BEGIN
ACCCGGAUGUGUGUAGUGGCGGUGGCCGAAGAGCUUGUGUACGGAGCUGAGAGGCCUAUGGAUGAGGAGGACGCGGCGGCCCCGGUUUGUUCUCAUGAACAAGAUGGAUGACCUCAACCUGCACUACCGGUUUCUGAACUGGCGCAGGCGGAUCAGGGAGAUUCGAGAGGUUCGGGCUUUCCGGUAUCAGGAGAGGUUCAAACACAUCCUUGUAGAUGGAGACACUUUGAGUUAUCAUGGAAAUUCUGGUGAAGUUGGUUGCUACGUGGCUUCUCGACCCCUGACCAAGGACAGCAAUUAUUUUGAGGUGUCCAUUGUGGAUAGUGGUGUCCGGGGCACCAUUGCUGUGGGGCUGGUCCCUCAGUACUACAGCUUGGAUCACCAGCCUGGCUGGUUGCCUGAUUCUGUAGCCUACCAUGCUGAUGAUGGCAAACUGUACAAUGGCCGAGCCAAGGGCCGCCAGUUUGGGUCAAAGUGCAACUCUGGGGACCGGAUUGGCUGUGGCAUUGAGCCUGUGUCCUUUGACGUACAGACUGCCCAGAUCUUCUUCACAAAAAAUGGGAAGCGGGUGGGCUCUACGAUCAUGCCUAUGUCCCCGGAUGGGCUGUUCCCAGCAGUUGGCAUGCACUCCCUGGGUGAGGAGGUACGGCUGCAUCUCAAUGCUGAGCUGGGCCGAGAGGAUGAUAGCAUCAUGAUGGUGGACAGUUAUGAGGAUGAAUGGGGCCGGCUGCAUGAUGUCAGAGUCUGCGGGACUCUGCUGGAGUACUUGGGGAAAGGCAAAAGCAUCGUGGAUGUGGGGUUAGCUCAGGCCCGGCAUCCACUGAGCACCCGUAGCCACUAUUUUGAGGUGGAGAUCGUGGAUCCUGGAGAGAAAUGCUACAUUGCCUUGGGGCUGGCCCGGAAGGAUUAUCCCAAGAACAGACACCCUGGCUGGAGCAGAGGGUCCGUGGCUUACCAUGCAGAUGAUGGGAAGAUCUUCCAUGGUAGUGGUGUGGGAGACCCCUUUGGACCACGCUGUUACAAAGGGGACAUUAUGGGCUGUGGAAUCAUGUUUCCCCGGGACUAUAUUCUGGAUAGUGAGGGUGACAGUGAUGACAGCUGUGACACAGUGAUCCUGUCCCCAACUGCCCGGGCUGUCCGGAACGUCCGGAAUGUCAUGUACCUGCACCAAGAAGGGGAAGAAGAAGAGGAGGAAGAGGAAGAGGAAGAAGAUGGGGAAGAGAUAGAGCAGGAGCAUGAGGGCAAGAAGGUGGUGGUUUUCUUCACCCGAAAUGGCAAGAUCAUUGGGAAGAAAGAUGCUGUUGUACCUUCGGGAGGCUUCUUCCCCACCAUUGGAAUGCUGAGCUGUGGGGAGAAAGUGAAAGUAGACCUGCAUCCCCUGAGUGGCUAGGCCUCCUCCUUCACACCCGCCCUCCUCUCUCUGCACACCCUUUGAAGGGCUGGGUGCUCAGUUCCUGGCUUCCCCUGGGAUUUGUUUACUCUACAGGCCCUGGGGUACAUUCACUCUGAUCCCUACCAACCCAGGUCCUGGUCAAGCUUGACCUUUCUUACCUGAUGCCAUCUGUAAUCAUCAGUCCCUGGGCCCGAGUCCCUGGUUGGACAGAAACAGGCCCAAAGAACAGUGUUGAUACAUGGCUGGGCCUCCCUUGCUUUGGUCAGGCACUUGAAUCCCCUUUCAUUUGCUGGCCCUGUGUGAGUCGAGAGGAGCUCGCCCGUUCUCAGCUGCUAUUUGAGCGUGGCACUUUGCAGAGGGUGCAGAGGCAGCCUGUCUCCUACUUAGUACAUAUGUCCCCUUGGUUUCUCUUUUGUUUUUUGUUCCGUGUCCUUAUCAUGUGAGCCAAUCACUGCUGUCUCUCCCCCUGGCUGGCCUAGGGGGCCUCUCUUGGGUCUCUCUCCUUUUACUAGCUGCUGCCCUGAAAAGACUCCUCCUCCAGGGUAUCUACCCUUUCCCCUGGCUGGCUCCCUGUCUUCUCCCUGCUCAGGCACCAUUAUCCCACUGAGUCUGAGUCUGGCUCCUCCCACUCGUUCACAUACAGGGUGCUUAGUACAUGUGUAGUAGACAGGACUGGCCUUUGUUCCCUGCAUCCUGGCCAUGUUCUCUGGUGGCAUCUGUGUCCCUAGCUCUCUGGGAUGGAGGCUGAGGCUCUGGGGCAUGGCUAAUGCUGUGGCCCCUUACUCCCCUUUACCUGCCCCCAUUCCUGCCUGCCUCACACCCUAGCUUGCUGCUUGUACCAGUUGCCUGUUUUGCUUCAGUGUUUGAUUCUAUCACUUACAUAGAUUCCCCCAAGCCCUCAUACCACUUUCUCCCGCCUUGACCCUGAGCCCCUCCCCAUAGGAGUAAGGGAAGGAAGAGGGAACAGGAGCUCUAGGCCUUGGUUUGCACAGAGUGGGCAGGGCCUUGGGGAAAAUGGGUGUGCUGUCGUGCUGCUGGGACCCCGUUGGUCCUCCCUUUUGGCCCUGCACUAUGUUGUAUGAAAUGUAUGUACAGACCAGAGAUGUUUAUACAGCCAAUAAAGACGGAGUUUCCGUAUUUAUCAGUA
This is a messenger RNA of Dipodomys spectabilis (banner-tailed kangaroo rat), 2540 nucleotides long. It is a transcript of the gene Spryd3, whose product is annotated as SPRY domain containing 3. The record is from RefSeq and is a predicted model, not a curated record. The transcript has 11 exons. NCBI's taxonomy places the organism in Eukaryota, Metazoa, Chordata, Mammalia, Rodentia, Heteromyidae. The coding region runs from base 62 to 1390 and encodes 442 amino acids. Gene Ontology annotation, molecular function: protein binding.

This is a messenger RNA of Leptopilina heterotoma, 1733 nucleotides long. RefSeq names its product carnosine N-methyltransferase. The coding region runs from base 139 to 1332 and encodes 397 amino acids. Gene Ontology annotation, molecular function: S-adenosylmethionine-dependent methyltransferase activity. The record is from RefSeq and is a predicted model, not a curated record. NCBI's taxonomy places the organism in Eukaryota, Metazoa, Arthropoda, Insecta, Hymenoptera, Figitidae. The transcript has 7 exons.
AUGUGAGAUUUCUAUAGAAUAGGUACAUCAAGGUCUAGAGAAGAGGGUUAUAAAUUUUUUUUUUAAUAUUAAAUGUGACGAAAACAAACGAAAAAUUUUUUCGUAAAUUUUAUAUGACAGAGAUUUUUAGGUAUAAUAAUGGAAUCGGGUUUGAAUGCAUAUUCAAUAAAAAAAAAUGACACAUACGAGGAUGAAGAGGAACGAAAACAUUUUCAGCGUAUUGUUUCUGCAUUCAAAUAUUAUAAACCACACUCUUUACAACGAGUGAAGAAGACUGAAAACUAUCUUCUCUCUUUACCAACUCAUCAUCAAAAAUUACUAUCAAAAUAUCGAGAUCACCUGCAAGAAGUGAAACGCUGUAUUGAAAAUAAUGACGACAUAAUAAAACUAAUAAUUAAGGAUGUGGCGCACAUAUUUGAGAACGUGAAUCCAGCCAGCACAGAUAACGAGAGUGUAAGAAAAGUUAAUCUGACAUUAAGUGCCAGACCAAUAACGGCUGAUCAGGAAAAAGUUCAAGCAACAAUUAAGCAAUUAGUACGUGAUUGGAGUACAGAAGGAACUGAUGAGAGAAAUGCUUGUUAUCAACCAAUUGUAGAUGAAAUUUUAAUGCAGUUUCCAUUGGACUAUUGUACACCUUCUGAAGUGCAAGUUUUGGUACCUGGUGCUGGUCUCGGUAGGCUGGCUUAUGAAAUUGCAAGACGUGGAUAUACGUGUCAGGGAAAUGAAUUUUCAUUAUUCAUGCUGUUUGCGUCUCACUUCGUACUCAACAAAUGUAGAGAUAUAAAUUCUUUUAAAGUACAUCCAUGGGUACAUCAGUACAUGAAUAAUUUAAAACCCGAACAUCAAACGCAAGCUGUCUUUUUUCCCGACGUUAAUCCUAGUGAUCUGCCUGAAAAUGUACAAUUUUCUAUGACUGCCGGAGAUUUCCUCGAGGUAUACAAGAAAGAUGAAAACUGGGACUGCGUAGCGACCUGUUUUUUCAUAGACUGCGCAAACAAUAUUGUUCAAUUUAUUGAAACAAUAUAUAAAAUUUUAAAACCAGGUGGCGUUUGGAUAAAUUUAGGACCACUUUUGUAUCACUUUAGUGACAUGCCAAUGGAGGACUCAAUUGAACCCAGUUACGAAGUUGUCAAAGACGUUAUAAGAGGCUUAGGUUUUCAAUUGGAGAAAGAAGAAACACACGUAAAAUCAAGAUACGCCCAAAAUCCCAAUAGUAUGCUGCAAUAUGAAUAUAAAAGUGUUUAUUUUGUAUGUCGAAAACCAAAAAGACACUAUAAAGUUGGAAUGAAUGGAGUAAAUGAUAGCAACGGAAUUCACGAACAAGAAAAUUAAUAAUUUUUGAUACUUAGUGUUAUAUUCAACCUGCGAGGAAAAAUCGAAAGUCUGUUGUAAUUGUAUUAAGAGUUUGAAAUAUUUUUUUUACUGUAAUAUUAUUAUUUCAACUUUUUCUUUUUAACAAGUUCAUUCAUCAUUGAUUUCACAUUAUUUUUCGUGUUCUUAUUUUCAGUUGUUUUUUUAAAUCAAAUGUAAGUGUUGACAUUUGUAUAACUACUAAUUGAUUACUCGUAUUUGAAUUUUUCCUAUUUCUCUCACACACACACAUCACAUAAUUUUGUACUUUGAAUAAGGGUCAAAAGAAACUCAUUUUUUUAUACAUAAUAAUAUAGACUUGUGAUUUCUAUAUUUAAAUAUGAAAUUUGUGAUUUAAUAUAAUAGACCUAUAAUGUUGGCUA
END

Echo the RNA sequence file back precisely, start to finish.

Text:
ACCCGGAUGUGUGUAGUGGCGGUGGCCGAAGAGCUUGUGUACGGAGCUGAGAGGCCUAUGGAUGAGGAGGACGCGGCGGCCCCGGUUUGUUCUCAUGAACAAGAUGGAUGACCUCAACCUGCACUACCGGUUUCUGAACUGGCGCAGGCGGAUCAGGGAGAUUCGAGAGGUUCGGGCUUUCCGGUAUCAGGAGAGGUUCAAACACAUCCUUGUAGAUGGAGACACUUUGAGUUAUCAUGGAAAUUCUGGUGAAGUUGGUUGCUACGUGGCUUCUCGACCCCUGACCAAGGACAGCAAUUAUUUUGAGGUGUCCAUUGUGGAUAGUGGUGUCCGGGGCACCAUUGCUGUGGGGCUGGUCCCUCAGUACUACAGCUUGGAUCACCAGCCUGGCUGGUUGCCUGAUUCUGUAGCCUACCAUGCUGAUGAUGGCAAACUGUACAAUGGCCGAGCCAAGGGCCGCCAGUUUGGGUCAAAGUGCAACUCUGGGGACCGGAUUGGCUGUGGCAUUGAGCCUGUGUCCUUUGACGUACAGACUGCCCAGAUCUUCUUCACAAAAAAUGGGAAGCGGGUGGGCUCUACGAUCAUGCCUAUGUCCCCGGAUGGGCUGUUCCCAGCAGUUGGCAUGCACUCCCUGGGUGAGGAGGUACGGCUGCAUCUCAAUGCUGAGCUGGGCCGAGAGGAUGAUAGCAUCAUGAUGGUGGACAGUUAUGAGGAUGAAUGGGGCCGGCUGCAUGAUGUCAGAGUCUGCGGGACUCUGCUGGAGUACUUGGGGAAAGGCAAAAGCAUCGUGGAUGUGGGGUUAGCUCAGGCCCGGCAUCCACUGAGCACCCGUAGCCACUAUUUUGAGGUGGAGAUCGUGGAUCCUGGAGAGAAAUGCUACAUUGCCUUGGGGCUGGCCCGGAAGGAUUAUCCCAAGAACAGACACCCUGGCUGGAGCAGAGGGUCCGUGGCUUACCAUGCAGAUGAUGGGAAGAUCUUCCAUGGUAGUGGUGUGGGAGACCCCUUUGGACCACGCUGUUACAAAGGGGACAUUAUGGGCUGUGGAAUCAUGUUUCCCCGGGACUAUAUUCUGGAUAGUGAGGGUGACAGUGAUGACAGCUGUGACACAGUGAUCCUGUCCCCAACUGCCCGGGCUGUCCGGAACGUCCGGAAUGUCAUGUACCUGCACCAAGAAGGGGAAGAAGAAGAGGAGGAAGAGGAAGAGGAAGAAGAUGGGGAAGAGAUAGAGCAGGAGCAUGAGGGCAAGAAGGUGGUGGUUUUCUUCACCCGAAAUGGCAAGAUCAUUGGGAAGAAAGAUGCUGUUGUACCUUCGGGAGGCUUCUUCCCCACCAUUGGAAUGCUGAGCUGUGGGGAGAAAGUGAAAGUAGACCUGCAUCCCCUGAGUGGCUAGGCCUCCUCCUUCACACCCGCCCUCCUCUCUCUGCACACCCUUUGAAGGGCUGGGUGCUCAGUUCCUGGCUUCCCCUGGGAUUUGUUUACUCUACAGGCCCUGGGGUACAUUCACUCUGAUCCCUACCAACCCAGGUCCUGGUCAAGCUUGACCUUUCUUACCUGAUGCCAUCUGUAAUCAUCAGUCCCUGGGCCCGAGUCCCUGGUUGGACAGAAACAGGCCCAAAGAACAGUGUUGAUACAUGGCUGGGCCUCCCUUGCUUUGGUCAGGCACUUGAAUCCCCUUUCAUUUGCUGGCCCUGUGUGAGUCGAGAGGAGCUCGCCCGUUCUCAGCUGCUAUUUGAGCGUGGCACUUUGCAGAGGGUGCAGAGGCAGCCUGUCUCCUACUUAGUACAUAUGUCCCCUUGGUUUCUCUUUUGUUUUUUGUUCCGUGUCCUUAUCAUGUGAGCCAAUCACUGCUGUCUCUCCCCCUGGCUGGCCUAGGGGGCCUCUCUUGGGUCUCUCUCCUUUUACUAGCUGCUGCCCUGAAAAGACUCCUCCUCCAGGGUAUCUACCCUUUCCCCUGGCUGGCUCCCUGUCUUCUCCCUGCUCAGGCACCAUUAUCCCACUGAGUCUGAGUCUGGCUCCUCCCACUCGUUCACAUACAGGGUGCUUAGUACAUGUGUAGUAGACAGGACUGGCCUUUGUUCCCUGCAUCCUGGCCAUGUUCUCUGGUGGCAUCUGUGUCCCUAGCUCUCUGGGAUGGAGGCUGAGGCUCUGGGGCAUGGCUAAUGCUGUGGCCCCUUACUCCCCUUUACCUGCCCCCAUUCCUGCCUGCCUCACACCCUAGCUUGCUGCUUGUACCAGUUGCCUGUUUUGCUUCAGUGUUUGAUUCUAUCACUUACAUAGAUUCCCCCAAGCCCUCAUACCACUUUCUCCCGCCUUGACCCUGAGCCCCUCCCCAUAGGAGUAAGGGAAGGAAGAGGGAACAGGAGCUCUAGGCCUUGGUUUGCACAGAGUGGGCAGGGCCUUGGGGAAAAUGGGUGUGCUGUCGUGCUGCUGGGACCCCGUUGGUCCUCCCUUUUGGCCCUGCACUAUGUUGUAUGAAAUGUAUGUACAGACCAGAGAUGUUUAUACAGCCAAUAAAGACGGAGUUUCCGUAUUUAUCAGUA
This is a messenger RNA of Dipodomys spectabilis (banner-tailed kangaroo rat), 2540 nucleotides long. It is a transcript of the gene Spryd3, whose product is annotated as SPRY domain containing 3. The record is from RefSeq and is a predicted model, not a curated record. The transcript has 11 exons. NCBI's taxonomy places the organism in Eukaryota, Metazoa, Chordata, Mammalia, Rodentia, Heteromyidae. The coding region runs from base 62 to 1390 and encodes 442 amino acids. Gene Ontology annotation, molecular function: protein binding.

This is a messenger RNA of Leptopilina heterotoma, 1733 nucleotides long. RefSeq names its product carnosine N-methyltransferase. The coding region runs from base 139 to 1332 and encodes 397 amino acids. Gene Ontology annotation, molecular function: S-adenosylmethionine-dependent methyltransferase activity. The record is from RefSeq and is a predicted model, not a curated record. NCBI's taxonomy places the organism in Eukaryota, Metazoa, Arthropoda, Insecta, Hymenoptera, Figitidae. The transcript has 7 exons.
AUGUGAGAUUUCUAUAGAAUAGGUACAUCAAGGUCUAGAGAAGAGGGUUAUAAAUUUUUUUUUUAAUAUUAAAUGUGACGAAAACAAACGAAAAAUUUUUUCGUAAAUUUUAUAUGACAGAGAUUUUUAGGUAUAAUAAUGGAAUCGGGUUUGAAUGCAUAUUCAAUAAAAAAAAAUGACACAUACGAGGAUGAAGAGGAACGAAAACAUUUUCAGCGUAUUGUUUCUGCAUUCAAAUAUUAUAAACCACACUCUUUACAACGAGUGAAGAAGACUGAAAACUAUCUUCUCUCUUUACCAACUCAUCAUCAAAAAUUACUAUCAAAAUAUCGAGAUCACCUGCAAGAAGUGAAACGCUGUAUUGAAAAUAAUGACGACAUAAUAAAACUAAUAAUUAAGGAUGUGGCGCACAUAUUUGAGAACGUGAAUCCAGCCAGCACAGAUAACGAGAGUGUAAGAAAAGUUAAUCUGACAUUAAGUGCCAGACCAAUAACGGCUGAUCAGGAAAAAGUUCAAGCAACAAUUAAGCAAUUAGUACGUGAUUGGAGUACAGAAGGAACUGAUGAGAGAAAUGCUUGUUAUCAACCAAUUGUAGAUGAAAUUUUAAUGCAGUUUCCAUUGGACUAUUGUACACCUUCUGAAGUGCAAGUUUUGGUACCUGGUGCUGGUCUCGGUAGGCUGGCUUAUGAAAUUGCAAGACGUGGAUAUACGUGUCAGGGAAAUGAAUUUUCAUUAUUCAUGCUGUUUGCGUCUCACUUCGUACUCAACAAAUGUAGAGAUAUAAAUUCUUUUAAAGUACAUCCAUGGGUACAUCAGUACAUGAAUAAUUUAAAACCCGAACAUCAAACGCAAGCUGUCUUUUUUCCCGACGUUAAUCCUAGUGAUCUGCCUGAAAAUGUACAAUUUUCUAUGACUGCCGGAGAUUUCCUCGAGGUAUACAAGAAAGAUGAAAACUGGGACUGCGUAGCGACCUGUUUUUUCAUAGACUGCGCAAACAAUAUUGUUCAAUUUAUUGAAACAAUAUAUAAAAUUUUAAAACCAGGUGGCGUUUGGAUAAAUUUAGGACCACUUUUGUAUCACUUUAGUGACAUGCCAAUGGAGGACUCAAUUGAACCCAGUUACGAAGUUGUCAAAGACGUUAUAAGAGGCUUAGGUUUUCAAUUGGAGAAAGAAGAAACACACGUAAAAUCAAGAUACGCCCAAAAUCCCAAUAGUAUGCUGCAAUAUGAAUAUAAAAGUGUUUAUUUUGUAUGUCGAAAACCAAAAAGACACUAUAAAGUUGGAAUGAAUGGAGUAAAUGAUAGCAACGGAAUUCACGAACAAGAAAAUUAAUAAUUUUUGAUACUUAGUGUUAUAUUCAACCUGCGAGGAAAAAUCGAAAGUCUGUUGUAAUUGUAUUAAGAGUUUGAAAUAUUUUUUUUACUGUAAUAUUAUUAUUUCAACUUUUUCUUUUUAACAAGUUCAUUCAUCAUUGAUUUCACAUUAUUUUUCGUGUUCUUAUUUUCAGUUGUUUUUUUAAAUCAAAUGUAAGUGUUGACAUUUGUAUAACUACUAAUUGAUUACUCGUAUUUGAAUUUUUCCUAUUUCUCUCACACACACACAUCACAUAAUUUUGUACUUUGAAUAAGGGUCAAAAGAAACUCAUUUUUUUAUACAUAAUAAUAUAGACUUGUGAUUUCUAUAUUUAAAUAUGAAAUUUGUGAUUUAAUAUAAUAGACCUAUAAUGUUGGCUA